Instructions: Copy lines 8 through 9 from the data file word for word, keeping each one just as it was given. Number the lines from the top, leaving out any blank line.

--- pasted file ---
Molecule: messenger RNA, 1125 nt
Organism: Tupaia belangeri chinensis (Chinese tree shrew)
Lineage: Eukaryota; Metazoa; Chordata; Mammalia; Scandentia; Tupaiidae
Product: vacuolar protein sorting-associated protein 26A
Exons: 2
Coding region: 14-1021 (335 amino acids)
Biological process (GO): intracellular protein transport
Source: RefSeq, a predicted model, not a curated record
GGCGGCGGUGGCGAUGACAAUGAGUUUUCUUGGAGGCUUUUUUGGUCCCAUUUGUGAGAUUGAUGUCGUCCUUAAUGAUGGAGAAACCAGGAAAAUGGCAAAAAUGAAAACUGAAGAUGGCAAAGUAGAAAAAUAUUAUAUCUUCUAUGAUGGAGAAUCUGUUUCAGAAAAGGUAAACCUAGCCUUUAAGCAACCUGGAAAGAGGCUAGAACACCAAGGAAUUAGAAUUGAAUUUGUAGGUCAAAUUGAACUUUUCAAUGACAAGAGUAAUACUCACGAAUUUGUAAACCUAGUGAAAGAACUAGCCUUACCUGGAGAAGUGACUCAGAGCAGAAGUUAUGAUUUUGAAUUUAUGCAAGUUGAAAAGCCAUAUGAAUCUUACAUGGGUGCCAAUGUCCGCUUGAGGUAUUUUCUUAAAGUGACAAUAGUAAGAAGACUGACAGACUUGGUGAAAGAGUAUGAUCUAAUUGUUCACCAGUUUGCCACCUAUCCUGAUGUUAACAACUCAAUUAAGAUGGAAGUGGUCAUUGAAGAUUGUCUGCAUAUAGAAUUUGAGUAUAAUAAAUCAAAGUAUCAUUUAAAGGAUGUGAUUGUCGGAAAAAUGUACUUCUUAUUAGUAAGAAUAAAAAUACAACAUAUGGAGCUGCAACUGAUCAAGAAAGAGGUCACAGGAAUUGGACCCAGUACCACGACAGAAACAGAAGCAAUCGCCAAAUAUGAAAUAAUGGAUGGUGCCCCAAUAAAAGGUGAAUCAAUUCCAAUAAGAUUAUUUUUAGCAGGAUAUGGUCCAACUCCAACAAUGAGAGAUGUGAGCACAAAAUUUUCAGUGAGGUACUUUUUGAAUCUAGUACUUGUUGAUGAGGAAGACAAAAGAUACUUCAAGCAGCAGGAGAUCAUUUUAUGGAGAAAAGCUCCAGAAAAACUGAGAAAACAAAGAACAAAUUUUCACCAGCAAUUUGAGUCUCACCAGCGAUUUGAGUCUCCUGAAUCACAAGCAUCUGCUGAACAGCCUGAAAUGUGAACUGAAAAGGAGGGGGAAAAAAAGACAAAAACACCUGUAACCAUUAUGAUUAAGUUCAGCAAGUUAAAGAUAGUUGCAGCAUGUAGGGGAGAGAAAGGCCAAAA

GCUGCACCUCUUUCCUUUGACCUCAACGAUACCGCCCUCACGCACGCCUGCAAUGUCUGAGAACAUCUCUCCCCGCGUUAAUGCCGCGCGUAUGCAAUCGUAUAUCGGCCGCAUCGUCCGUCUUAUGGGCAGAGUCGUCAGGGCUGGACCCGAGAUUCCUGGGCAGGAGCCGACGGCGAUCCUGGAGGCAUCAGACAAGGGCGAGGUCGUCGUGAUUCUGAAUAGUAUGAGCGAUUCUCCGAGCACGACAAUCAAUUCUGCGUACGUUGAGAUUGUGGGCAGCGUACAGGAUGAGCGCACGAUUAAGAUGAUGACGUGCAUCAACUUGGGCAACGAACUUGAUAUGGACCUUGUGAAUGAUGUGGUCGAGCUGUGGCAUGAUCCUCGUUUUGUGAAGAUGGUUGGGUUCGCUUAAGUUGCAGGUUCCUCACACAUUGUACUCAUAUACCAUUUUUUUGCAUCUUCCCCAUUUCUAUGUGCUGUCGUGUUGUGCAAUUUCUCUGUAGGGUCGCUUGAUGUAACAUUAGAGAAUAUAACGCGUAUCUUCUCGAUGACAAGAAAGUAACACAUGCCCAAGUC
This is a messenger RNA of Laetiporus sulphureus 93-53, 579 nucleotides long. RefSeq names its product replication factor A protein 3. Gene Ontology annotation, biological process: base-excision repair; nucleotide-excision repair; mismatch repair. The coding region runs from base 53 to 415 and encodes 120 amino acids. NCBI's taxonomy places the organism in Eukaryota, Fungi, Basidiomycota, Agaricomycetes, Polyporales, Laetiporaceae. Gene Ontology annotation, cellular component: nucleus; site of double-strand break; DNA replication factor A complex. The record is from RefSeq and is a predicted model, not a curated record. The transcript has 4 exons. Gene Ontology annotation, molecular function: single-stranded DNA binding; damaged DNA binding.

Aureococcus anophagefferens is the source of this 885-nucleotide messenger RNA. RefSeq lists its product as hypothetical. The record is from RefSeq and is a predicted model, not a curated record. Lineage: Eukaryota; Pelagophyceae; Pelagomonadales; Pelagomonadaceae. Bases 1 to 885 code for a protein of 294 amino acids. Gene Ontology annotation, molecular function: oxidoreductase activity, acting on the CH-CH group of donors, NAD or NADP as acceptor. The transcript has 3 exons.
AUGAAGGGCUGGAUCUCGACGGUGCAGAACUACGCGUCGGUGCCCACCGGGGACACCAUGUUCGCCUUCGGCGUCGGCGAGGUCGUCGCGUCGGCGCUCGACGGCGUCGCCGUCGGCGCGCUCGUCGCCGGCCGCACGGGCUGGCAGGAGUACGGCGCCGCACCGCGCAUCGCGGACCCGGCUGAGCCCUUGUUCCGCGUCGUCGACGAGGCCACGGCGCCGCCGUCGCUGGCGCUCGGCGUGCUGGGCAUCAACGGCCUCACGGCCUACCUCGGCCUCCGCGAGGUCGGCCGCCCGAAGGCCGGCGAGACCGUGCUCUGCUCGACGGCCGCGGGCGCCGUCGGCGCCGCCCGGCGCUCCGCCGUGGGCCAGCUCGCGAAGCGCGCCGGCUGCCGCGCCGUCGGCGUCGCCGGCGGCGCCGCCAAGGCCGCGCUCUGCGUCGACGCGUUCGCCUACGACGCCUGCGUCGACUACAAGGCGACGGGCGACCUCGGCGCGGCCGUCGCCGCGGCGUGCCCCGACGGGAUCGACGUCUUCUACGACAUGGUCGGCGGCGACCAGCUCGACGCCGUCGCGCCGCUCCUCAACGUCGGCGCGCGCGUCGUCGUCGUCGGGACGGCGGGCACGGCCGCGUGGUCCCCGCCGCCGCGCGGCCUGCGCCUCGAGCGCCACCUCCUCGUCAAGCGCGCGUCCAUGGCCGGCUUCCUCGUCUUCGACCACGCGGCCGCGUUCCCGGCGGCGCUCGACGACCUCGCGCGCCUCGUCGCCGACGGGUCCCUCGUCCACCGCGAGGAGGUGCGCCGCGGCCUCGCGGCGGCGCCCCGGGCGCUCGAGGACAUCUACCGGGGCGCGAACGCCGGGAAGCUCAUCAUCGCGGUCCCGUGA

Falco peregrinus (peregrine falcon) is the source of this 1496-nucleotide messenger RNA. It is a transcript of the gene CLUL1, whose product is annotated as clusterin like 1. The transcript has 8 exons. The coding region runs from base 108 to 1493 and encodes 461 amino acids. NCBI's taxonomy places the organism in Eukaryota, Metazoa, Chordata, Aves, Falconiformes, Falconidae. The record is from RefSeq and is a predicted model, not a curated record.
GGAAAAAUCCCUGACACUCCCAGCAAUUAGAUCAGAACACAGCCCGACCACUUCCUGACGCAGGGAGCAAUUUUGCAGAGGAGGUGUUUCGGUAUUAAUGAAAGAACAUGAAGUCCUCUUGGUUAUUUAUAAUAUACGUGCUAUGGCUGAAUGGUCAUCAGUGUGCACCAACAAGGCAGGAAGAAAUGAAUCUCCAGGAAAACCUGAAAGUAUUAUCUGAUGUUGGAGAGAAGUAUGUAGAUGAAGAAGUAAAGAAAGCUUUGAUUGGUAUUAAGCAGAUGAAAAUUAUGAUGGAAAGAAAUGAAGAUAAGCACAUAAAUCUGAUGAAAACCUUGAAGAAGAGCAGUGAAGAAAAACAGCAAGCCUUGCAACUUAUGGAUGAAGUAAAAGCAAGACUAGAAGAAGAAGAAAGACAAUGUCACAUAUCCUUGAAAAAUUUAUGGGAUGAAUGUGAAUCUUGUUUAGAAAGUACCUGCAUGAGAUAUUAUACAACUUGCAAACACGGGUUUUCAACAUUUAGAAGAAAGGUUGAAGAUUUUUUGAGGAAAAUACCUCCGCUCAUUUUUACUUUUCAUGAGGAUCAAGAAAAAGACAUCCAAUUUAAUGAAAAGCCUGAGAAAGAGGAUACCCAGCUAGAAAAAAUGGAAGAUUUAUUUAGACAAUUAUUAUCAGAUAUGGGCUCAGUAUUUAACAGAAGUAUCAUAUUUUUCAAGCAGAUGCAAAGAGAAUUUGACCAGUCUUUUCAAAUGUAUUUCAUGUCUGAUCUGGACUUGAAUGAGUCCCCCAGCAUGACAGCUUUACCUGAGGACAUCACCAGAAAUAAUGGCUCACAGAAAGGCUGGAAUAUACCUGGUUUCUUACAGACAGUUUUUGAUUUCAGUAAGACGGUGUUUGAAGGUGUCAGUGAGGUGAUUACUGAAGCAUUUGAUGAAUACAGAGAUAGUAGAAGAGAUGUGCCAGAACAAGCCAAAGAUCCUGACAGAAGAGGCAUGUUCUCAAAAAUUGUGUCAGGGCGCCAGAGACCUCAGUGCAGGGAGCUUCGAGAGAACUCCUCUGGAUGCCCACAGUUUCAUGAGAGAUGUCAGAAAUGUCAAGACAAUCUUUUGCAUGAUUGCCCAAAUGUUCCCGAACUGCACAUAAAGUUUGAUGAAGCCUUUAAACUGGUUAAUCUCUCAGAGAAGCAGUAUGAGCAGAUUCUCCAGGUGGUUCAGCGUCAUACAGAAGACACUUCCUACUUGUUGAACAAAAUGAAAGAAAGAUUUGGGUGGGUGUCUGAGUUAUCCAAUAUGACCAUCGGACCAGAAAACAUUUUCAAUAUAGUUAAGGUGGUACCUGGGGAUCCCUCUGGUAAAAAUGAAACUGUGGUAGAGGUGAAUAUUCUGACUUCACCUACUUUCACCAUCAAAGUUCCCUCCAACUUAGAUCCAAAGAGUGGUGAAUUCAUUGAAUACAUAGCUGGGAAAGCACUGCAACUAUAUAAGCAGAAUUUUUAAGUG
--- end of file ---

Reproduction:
Source: RefSeq, a predicted model, not a curated record
GGCGGCGGUGGCGAUGACAAUGAGUUUUCUUGGAGGCUUUUUUGGUCCCAUUUGUGAGAUUGAUGUCGUCCUUAAUGAUGGAGAAACCAGGAAAAUGGCAAAAAUGAAAACUGAAGAUGGCAAAGUAGAAAAAUAUUAUAUCUUCUAUGAUGGAGAAUCUGUUUCAGAAAAGGUAAACCUAGCCUUUAAGCAACCUGGAAAGAGGCUAGAACACCAAGGAAUUAGAAUUGAAUUUGUAGGUCAAAUUGAACUUUUCAAUGACAAGAGUAAUACUCACGAAUUUGUAAACCUAGUGAAAGAACUAGCCUUACCUGGAGAAGUGACUCAGAGCAGAAGUUAUGAUUUUGAAUUUAUGCAAGUUGAAAAGCCAUAUGAAUCUUACAUGGGUGCCAAUGUCCGCUUGAGGUAUUUUCUUAAAGUGACAAUAGUAAGAAGACUGACAGACUUGGUGAAAGAGUAUGAUCUAAUUGUUCACCAGUUUGCCACCUAUCCUGAUGUUAACAACUCAAUUAAGAUGGAAGUGGUCAUUGAAGAUUGUCUGCAUAUAGAAUUUGAGUAUAAUAAAUCAAAGUAUCAUUUAAAGGAUGUGAUUGUCGGAAAAAUGUACUUCUUAUUAGUAAGAAUAAAAAUACAACAUAUGGAGCUGCAACUGAUCAAGAAAGAGGUCACAGGAAUUGGACCCAGUACCACGACAGAAACAGAAGCAAUCGCCAAAUAUGAAAUAAUGGAUGGUGCCCCAAUAAAAGGUGAAUCAAUUCCAAUAAGAUUAUUUUUAGCAGGAUAUGGUCCAACUCCAACAAUGAGAGAUGUGAGCACAAAAUUUUCAGUGAGGUACUUUUUGAAUCUAGUACUUGUUGAUGAGGAAGACAAAAGAUACUUCAAGCAGCAGGAGAUCAUUUUAUGGAGAAAAGCUCCAGAAAAACUGAGAAAACAAAGAACAAAUUUUCACCAGCAAUUUGAGUCUCACCAGCGAUUUGAGUCUCCUGAAUCACAAGCAUCUGCUGAACAGCCUGAAAUGUGAACUGAAAAGGAGGGGGAAAAAAAGACAAAAACACCUGUAACCAUUAUGAUUAAGUUCAGCAAGUUAAAGAUAGUUGCAGCAUGUAGGGGAGAGAAAGGCCAAAA